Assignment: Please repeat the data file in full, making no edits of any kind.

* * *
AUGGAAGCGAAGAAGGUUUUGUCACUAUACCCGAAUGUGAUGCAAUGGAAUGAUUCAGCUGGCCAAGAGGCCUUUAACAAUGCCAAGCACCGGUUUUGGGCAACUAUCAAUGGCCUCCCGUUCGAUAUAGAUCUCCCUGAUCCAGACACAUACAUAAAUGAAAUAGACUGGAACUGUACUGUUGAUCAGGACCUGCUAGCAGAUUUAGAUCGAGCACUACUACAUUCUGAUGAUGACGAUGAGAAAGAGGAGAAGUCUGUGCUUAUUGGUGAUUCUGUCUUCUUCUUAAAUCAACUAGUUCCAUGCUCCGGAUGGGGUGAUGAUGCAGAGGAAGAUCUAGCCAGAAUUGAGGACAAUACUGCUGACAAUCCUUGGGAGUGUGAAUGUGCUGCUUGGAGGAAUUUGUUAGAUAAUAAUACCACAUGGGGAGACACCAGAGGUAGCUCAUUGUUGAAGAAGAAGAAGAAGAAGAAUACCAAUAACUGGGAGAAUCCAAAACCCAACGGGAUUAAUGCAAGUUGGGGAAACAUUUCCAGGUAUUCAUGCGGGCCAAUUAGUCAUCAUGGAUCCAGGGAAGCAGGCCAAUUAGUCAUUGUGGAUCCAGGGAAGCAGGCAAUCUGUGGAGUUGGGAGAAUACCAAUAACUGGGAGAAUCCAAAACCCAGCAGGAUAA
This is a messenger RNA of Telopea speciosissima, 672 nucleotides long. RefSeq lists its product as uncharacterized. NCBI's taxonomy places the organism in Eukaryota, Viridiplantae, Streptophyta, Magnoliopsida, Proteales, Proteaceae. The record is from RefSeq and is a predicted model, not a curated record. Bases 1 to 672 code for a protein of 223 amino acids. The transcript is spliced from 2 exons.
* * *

AUGGAAGCGAAGAAGGUUUUGUCACUAUACCCGAAUGUGAUGCAAUGGAAUGAUUCAGCUGGCCAAGAGGCCUUUAACAAUGCCAAGCACCGGUUUUGGGCAACUAUCAAUGGCCUCCCGUUCGAUAUAGAUCUCCCUGAUCCAGACACAUACAUAAAUGAAAUAGACUGGAACUGUACUGUUGAUCAGGACCUGCUAGCAGAUUUAGAUCGAGCACUACUACAUUCUGAUGAUGACGAUGAGAAAGAGGAGAAGUCUGUGCUUAUUGGUGAUUCUGUCUUCUUCUUAAAUCAACUAGUUCCAUGCUCCGGAUGGGGUGAUGAUGCAGAGGAAGAUCUAGCCAGAAUUGAGGACAAUACUGCUGACAAUCCUUGGGAGUGUGAAUGUGCUGCUUGGAGGAAUUUGUUAGAUAAUAAUACCACAUGGGGAGACACCAGAGGUAGCUCAUUGUUGAAGAAGAAGAAGAAGAAGAAUACCAAUAACUGGGAGAAUCCAAAACCCAACGGGAUUAAUGCAAGUUGGGGAAACAUUUCCAGGUAUUCAUGCGGGCCAAUUAGUCAUCAUGGAUCCAGGGAAGCAGGCCAAUUAGUCAUUGUGGAUCCAGGGAAGCAGGCAAUCUGUGGAGUUGGGAGAAUACCAAUAACUGGGAGAAUCCAAAACCCAGCAGGAUAA
This is a messenger RNA of Telopea speciosissima, 672 nucleotides long. RefSeq lists its product as uncharacterized. NCBI's taxonomy places the organism in Eukaryota, Viridiplantae, Streptophyta, Magnoliopsida, Proteales, Proteaceae. The record is from RefSeq and is a predicted model, not a curated record. Bases 1 to 672 code for a protein of 223 amino acids. The transcript is spliced from 2 exons.